ALTHOUGH the defendant had pleaded guilty to a grave instance of child molesting, and although the assistant district attorney (ADA) in charge of the case had a well-deserved reputation for hard-nosed advocacy, the government was asking for simple probation: the street; a walk; no stir time. In short, freedom. As he read through the prosecution's sentencing memorandum, the judge wondered for a moment if the headings had become scrambled, and if he was really looking at the defendant's brief.
In numerous previous cases and educational seminars, this prosecutor had consistently urged incarceration for every sex offense, particularly those involving a child victim.
The rationale, which the judge knew many pediatric mental health professionals shared, was simple: Unless the molester goes out of the courtroom in custody, the child will think that the adult is escaping punishment - and therefore that the adult is innocent and the child guilty.
Yet here was a sophisticated, tough ADA explicitly asking the judge to let loose a particularly culpable offender, a pediatric social worker who had repeatedly taken advantage of one of his 12-year-old clients.
The judge could not understand what was going on. A recent series of well-publicized cases had elicited bitter articles in the local newspapers and even more vitriolic letters to their editors, decrying ``softness'' toward sex offenders. Judges try to ignore such rumblings.
Sentences, however, are properly meant to express, at least in part, the community's moral consensus; so a due regard for public sentiment plays an appropriate role in the complex, delicate process called sentencing.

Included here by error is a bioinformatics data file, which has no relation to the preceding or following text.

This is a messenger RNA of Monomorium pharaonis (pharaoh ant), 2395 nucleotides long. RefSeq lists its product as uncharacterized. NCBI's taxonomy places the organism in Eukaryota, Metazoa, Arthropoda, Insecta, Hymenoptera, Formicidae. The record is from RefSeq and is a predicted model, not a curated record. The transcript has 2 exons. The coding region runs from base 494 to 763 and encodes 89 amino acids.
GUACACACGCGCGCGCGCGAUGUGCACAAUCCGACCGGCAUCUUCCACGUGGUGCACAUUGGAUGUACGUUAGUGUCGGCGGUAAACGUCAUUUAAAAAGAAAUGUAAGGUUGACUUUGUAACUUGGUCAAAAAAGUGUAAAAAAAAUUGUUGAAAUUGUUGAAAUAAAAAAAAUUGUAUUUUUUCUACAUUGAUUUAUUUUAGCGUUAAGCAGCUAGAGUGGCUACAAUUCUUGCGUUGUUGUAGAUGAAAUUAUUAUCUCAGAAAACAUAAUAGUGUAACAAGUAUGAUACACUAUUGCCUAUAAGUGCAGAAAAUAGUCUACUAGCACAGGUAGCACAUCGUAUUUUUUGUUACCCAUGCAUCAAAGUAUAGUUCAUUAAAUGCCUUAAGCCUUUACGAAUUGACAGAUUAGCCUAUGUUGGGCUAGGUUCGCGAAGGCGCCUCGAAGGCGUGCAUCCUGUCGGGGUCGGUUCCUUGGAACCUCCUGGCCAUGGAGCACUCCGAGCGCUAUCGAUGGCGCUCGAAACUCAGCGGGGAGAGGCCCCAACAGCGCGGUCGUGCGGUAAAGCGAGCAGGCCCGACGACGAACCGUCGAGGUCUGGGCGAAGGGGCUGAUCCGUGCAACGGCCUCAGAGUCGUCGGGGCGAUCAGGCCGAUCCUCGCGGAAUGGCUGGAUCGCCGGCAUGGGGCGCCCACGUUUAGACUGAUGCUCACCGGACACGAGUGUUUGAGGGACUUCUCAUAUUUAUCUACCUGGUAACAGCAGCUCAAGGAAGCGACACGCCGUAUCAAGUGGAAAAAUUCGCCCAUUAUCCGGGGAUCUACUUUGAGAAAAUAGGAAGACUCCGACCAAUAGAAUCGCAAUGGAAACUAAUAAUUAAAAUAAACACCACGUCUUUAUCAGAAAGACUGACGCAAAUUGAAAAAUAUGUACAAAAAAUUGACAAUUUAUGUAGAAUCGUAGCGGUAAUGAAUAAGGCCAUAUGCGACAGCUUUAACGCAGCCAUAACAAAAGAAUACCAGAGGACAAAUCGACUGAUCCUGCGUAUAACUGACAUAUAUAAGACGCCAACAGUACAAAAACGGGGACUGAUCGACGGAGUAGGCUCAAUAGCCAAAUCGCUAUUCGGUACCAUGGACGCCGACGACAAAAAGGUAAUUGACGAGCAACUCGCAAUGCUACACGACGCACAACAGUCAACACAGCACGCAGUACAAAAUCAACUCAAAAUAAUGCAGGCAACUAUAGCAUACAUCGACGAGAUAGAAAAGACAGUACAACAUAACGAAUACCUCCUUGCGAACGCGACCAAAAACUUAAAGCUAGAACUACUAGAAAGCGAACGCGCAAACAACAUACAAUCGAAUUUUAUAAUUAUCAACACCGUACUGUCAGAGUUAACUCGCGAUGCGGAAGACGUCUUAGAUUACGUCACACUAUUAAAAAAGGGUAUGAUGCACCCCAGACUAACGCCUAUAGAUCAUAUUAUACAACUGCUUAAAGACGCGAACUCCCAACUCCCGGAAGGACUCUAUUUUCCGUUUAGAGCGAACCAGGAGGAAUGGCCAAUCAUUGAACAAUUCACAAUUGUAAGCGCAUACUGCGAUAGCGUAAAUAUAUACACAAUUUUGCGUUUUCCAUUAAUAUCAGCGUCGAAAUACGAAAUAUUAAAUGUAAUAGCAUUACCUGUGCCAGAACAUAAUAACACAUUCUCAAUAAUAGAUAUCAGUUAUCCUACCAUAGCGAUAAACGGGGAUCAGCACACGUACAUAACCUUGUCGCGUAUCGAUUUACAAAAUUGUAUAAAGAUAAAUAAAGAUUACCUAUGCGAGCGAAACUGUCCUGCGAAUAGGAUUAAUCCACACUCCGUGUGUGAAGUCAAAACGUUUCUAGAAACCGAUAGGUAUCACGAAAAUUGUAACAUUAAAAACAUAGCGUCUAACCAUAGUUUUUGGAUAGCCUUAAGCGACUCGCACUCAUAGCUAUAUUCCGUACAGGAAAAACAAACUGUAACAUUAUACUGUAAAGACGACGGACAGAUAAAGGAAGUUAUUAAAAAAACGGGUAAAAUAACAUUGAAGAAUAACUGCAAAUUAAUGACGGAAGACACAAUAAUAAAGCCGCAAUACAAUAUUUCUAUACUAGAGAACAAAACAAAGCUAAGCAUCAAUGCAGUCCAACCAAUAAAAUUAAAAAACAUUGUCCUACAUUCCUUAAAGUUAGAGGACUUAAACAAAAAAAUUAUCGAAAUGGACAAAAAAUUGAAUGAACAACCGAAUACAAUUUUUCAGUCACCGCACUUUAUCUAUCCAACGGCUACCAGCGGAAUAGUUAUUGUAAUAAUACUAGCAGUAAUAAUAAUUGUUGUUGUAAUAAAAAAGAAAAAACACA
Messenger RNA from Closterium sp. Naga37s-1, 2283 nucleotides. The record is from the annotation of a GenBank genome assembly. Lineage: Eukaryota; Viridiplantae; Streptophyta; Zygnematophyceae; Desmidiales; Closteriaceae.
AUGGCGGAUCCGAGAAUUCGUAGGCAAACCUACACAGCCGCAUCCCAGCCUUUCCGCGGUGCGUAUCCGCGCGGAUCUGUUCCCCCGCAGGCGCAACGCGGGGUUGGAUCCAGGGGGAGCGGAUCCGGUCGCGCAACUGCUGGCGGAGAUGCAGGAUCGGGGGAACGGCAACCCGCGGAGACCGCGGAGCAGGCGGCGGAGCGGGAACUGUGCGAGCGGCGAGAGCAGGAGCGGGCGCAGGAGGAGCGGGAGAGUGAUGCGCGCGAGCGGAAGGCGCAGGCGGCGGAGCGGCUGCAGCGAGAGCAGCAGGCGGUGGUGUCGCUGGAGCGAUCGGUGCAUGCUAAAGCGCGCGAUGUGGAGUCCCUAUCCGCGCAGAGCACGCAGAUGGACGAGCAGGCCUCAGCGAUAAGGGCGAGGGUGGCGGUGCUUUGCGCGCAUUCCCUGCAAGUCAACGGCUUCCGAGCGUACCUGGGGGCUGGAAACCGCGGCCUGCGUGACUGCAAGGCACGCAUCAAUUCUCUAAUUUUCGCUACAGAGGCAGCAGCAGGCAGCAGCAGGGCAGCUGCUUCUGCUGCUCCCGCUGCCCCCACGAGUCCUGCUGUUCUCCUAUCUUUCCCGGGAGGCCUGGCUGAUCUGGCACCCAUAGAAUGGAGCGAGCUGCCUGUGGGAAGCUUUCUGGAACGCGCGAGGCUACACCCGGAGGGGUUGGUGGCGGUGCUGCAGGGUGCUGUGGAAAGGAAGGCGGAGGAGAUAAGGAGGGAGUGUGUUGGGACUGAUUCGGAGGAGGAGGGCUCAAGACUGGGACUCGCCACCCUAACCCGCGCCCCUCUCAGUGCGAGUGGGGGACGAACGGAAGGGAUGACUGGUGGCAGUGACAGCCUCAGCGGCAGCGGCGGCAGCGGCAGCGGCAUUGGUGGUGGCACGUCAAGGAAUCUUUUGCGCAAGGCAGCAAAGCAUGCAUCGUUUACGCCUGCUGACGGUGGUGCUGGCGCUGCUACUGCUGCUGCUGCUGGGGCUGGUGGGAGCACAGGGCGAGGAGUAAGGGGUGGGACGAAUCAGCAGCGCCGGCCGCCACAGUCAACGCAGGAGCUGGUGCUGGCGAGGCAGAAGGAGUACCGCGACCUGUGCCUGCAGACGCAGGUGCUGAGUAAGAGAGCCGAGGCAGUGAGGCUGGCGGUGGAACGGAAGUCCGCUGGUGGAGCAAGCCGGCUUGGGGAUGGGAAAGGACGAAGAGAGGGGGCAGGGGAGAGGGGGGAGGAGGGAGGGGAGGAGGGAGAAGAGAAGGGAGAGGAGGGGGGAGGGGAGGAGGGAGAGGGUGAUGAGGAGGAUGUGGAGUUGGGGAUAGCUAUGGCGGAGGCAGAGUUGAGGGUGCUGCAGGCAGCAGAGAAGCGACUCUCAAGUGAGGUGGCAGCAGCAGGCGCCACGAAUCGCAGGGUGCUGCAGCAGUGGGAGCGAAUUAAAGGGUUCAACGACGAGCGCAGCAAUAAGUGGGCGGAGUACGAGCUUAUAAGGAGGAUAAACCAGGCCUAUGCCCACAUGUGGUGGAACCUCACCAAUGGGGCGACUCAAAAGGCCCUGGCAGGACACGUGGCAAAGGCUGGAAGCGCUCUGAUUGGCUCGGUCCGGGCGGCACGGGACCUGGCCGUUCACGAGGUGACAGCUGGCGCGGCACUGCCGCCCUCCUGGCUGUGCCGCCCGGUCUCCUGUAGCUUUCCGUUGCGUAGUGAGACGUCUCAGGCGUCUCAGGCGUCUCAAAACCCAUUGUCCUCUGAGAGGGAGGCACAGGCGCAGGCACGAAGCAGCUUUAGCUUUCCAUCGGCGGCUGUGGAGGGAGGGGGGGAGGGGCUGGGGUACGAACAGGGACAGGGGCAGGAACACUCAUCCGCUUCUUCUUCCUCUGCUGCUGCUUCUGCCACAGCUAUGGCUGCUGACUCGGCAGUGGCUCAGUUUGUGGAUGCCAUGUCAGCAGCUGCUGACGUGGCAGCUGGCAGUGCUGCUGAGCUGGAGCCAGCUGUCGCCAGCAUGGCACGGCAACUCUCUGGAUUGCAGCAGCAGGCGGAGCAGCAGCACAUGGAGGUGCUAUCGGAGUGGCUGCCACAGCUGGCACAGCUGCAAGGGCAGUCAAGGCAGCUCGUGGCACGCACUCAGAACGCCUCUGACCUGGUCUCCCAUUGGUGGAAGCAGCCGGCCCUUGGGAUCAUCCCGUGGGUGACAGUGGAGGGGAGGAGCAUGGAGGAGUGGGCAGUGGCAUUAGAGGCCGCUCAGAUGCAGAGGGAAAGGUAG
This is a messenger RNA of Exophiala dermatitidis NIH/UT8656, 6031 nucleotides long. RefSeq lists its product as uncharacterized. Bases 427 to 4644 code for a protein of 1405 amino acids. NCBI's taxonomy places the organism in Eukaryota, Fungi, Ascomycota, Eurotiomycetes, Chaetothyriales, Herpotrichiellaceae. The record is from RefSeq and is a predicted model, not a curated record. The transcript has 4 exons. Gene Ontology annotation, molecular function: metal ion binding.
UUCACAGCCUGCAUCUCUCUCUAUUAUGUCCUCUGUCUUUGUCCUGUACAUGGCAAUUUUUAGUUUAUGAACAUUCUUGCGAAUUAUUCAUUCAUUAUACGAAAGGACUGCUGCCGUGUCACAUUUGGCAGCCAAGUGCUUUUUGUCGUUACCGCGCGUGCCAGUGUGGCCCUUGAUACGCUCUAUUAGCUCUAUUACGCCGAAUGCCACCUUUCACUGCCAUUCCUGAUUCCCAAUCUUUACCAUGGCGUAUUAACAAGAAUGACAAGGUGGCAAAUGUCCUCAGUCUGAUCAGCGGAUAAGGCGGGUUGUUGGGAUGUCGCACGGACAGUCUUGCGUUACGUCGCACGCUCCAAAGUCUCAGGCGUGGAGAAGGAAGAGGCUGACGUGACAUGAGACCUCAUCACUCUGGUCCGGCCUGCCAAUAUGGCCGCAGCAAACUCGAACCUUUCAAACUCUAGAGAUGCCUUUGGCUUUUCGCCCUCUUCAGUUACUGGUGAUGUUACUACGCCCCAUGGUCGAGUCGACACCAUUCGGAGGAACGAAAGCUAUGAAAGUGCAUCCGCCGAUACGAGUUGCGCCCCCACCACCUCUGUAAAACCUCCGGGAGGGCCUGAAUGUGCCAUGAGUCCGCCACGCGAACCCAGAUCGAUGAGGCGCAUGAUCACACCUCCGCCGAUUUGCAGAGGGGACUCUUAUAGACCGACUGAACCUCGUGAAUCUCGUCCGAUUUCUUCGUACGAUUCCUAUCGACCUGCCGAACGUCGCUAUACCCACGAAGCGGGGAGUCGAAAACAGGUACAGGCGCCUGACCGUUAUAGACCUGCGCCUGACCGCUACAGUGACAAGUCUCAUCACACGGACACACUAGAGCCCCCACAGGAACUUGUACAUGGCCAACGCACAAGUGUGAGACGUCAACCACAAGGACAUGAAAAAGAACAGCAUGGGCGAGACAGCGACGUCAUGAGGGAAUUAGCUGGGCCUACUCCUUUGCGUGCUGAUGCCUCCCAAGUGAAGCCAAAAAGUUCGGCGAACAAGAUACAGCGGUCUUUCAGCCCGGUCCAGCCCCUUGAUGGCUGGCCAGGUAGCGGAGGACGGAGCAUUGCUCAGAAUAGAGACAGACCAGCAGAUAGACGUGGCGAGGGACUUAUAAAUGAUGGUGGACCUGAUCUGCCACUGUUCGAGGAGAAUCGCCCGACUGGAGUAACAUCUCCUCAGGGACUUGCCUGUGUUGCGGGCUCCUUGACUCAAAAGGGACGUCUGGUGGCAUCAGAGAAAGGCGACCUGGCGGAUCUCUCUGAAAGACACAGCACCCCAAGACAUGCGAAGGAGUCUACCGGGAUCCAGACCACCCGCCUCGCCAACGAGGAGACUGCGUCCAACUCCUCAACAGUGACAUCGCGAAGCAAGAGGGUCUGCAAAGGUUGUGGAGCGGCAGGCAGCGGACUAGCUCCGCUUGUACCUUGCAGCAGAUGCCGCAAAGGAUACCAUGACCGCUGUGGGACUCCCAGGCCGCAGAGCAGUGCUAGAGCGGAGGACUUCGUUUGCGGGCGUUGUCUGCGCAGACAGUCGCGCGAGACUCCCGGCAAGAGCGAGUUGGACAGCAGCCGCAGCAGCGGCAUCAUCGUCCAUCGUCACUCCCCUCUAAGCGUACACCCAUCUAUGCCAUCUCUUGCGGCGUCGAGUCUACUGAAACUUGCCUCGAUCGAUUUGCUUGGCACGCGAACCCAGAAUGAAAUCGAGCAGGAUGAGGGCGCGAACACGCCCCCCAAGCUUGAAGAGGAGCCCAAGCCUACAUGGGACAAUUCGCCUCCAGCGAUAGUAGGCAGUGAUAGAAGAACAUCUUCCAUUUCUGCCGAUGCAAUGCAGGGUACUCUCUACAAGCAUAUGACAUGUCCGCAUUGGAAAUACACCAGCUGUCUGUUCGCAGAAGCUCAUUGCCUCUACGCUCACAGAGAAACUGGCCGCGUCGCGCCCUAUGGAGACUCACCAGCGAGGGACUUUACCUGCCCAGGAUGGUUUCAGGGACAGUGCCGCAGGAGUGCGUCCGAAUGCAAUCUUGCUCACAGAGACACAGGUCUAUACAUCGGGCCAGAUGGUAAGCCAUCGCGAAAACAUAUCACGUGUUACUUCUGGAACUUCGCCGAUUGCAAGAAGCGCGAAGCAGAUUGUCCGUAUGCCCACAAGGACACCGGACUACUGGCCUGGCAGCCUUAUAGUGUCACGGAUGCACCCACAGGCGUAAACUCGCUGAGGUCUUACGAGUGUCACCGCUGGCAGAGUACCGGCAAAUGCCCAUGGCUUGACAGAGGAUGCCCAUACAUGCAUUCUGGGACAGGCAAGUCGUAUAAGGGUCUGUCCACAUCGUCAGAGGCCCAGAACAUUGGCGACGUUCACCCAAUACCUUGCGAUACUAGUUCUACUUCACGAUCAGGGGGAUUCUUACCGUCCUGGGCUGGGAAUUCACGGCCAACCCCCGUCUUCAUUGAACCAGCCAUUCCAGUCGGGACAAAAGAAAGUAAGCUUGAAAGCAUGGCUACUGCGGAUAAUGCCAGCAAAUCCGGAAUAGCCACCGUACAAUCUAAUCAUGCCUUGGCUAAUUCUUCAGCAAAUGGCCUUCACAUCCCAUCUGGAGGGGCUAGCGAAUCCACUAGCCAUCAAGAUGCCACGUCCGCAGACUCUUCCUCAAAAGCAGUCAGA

Recalling the burgeoning interest in child-sex cases, and remembering especially how the prosecutor's boss had once called a televised press conference to protest one of the judge's own sentences, the judge decided that he had best ask for clarification.
``Well, your honor,'' the ADA said, ``it's all spelled out in my sentencing memorandum.''
Although the judge refrained from saying so, the memorandum in fact comprised three pages of unenlightening, issue-skirting mush. He pressed the point.
``Is something impelling the government's leniency?''
``If the court wishes, I would be glad to make a statement on the record,'' replied the ADA.
An alarm buzzed softly in the judge's mind.
The prosecutor was proposing to speak, not write, the reasons for the mysterious soft touch. Only the few people in the courtroom (a group that did not include any reporters) would hear.
True, a court stenographer was dutifully recording the whole proceeding. Yet if later, a newsperson took an interest in the light sentence, the ADA's words would be buried in a stack of notes, and a deadline-conscious reporter would never bother to exhume them. The ``record'' would contain only the bare fact of the probationary sentence, and the story would start: ``Court Walks Another Pervert.''
Properly modulated paranoia is not a disqualifying defect in a public official. The judge decided that any heat should warm the appropriate counsel seat, not the bench. ``I'd rather you wrote your reasons,'' he said, ``and as explicitly as possible.''
The revised sentencing memorandum that came across his desk a week later made everything clear. Although the ADA had used neutral language, it was plain that the government's star witness, the putative victim, was a forensic liability. Under the kind of intensive cross-examination to be expected in a case like this, the ADA feared the child might fall apart, and in doing so, shred the prosecution's case.
A few days later, the judge ran into the ADA.
``I know why you made me explain the recommendation, but I wish you hadn't. The kid's mother read it, and now they both think our office doesn't believe them. He was psychologically fragile to start. This has really pushed him over the brink. That's why I wanted to be somewhat, well, cryptic.''
Walking on, the judge wondered. In addition to imposing a fair sentence and making sure that the public knows exactly which of the participants is taking which position, should the court also answer for any bad effect on the witness resulting from the government's decision to bail out of a plainly losable case?
Is the judge responsible for everyone else's judgment?
Hiller B. Zobel sits on the Massachusetts Superior Court.